Spencer fostering healthy competition in Portland
PORTLAND, Ore. – Timbers coach John Spencer has demonstrated that he’s not shy about switching up his lineup or substituting in order to give players opportunities to show what they can do.
Last Saturday at New England, Spencer started former D-2 players Kalif Alhassan in midfield and James Marcelin at defense – their reward for playing well in a US Open Cup play-in win against Chivas USA four days earlier.
“If you play, well you’re going to stay on the team,” Spencer said. “If you don’t play, well then we’re going to have to put someone else on the team and give them a chance. That’s just the nature of the beast.”
Team captain Jack Jewsbury has locked down a place in the central midfield with his play, but other spots still appear to be up for grabs.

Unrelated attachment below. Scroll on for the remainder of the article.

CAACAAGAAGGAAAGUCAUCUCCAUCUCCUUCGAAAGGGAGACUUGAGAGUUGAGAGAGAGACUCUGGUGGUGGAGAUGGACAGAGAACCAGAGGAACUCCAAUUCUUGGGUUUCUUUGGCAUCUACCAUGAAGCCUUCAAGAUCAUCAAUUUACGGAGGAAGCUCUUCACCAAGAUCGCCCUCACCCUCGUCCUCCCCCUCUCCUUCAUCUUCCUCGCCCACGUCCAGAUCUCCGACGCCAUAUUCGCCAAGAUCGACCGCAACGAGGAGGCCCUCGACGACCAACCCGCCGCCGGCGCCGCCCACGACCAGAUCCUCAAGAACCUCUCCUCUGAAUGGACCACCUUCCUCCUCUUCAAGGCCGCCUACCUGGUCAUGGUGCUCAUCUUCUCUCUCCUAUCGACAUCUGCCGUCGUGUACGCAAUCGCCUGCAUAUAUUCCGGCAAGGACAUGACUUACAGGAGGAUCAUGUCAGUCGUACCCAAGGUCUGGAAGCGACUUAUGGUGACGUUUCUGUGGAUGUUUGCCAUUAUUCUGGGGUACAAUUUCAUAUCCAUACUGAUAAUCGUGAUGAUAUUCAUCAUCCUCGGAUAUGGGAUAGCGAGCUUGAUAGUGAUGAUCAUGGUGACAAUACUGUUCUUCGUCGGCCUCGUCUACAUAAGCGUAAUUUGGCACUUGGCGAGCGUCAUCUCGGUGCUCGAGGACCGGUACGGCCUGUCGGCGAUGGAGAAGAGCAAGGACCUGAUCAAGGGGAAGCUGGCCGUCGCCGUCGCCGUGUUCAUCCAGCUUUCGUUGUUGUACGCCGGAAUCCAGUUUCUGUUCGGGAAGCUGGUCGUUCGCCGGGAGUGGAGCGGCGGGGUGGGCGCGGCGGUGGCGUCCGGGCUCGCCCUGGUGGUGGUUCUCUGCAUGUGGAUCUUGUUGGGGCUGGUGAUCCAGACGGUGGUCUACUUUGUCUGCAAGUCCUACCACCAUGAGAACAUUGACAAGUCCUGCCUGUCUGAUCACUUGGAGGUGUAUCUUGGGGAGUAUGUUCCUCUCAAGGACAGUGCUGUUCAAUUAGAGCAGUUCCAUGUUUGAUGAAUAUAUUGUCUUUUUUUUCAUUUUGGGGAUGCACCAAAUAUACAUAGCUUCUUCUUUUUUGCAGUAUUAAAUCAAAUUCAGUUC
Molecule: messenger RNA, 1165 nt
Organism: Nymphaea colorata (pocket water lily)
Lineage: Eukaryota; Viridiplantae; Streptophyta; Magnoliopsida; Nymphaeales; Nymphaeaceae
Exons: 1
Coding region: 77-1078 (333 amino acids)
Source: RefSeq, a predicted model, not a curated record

It’s giving Spencer something to think about as he contemplates his starting lineup for the long-awaited April 14 home opener against Chicago.
“You need competition for spots,” Spencer said. “Now it’s up to [the players] to cement their place on the team.
“You can’t play well one or two games and expect to be on the team the whole season. I tell them, ‘Don’t just look forward to the home opener. You’ve got to perform at Colorado, perform at D.C. …’”
One player who has earned some leeway is Colombian forward Jorge Perlaza, who has missed a few chances to score along the way but has been an effective runner for the team. Spencer remains committed to Perlaza and said that the striker is in an adjustment period.
“It’s culture shock,” Spencer said. “We’re trying to get him integrated. He’s a great guy in the locker room. We just need to try and get his family here and then try to ship 2,000-3,000 more Colombian people in to get him more comfortable.”
The last part of that comment was clearly a joke, but Spencer likened Perlaza’s move to other prominent players moving from one nation to another and experiencing similar problems.
Asked if Spencer was communicating with Perlaza in Spanish, the coach replied in his Scottish accent: “Un poquito.” (A little bit.)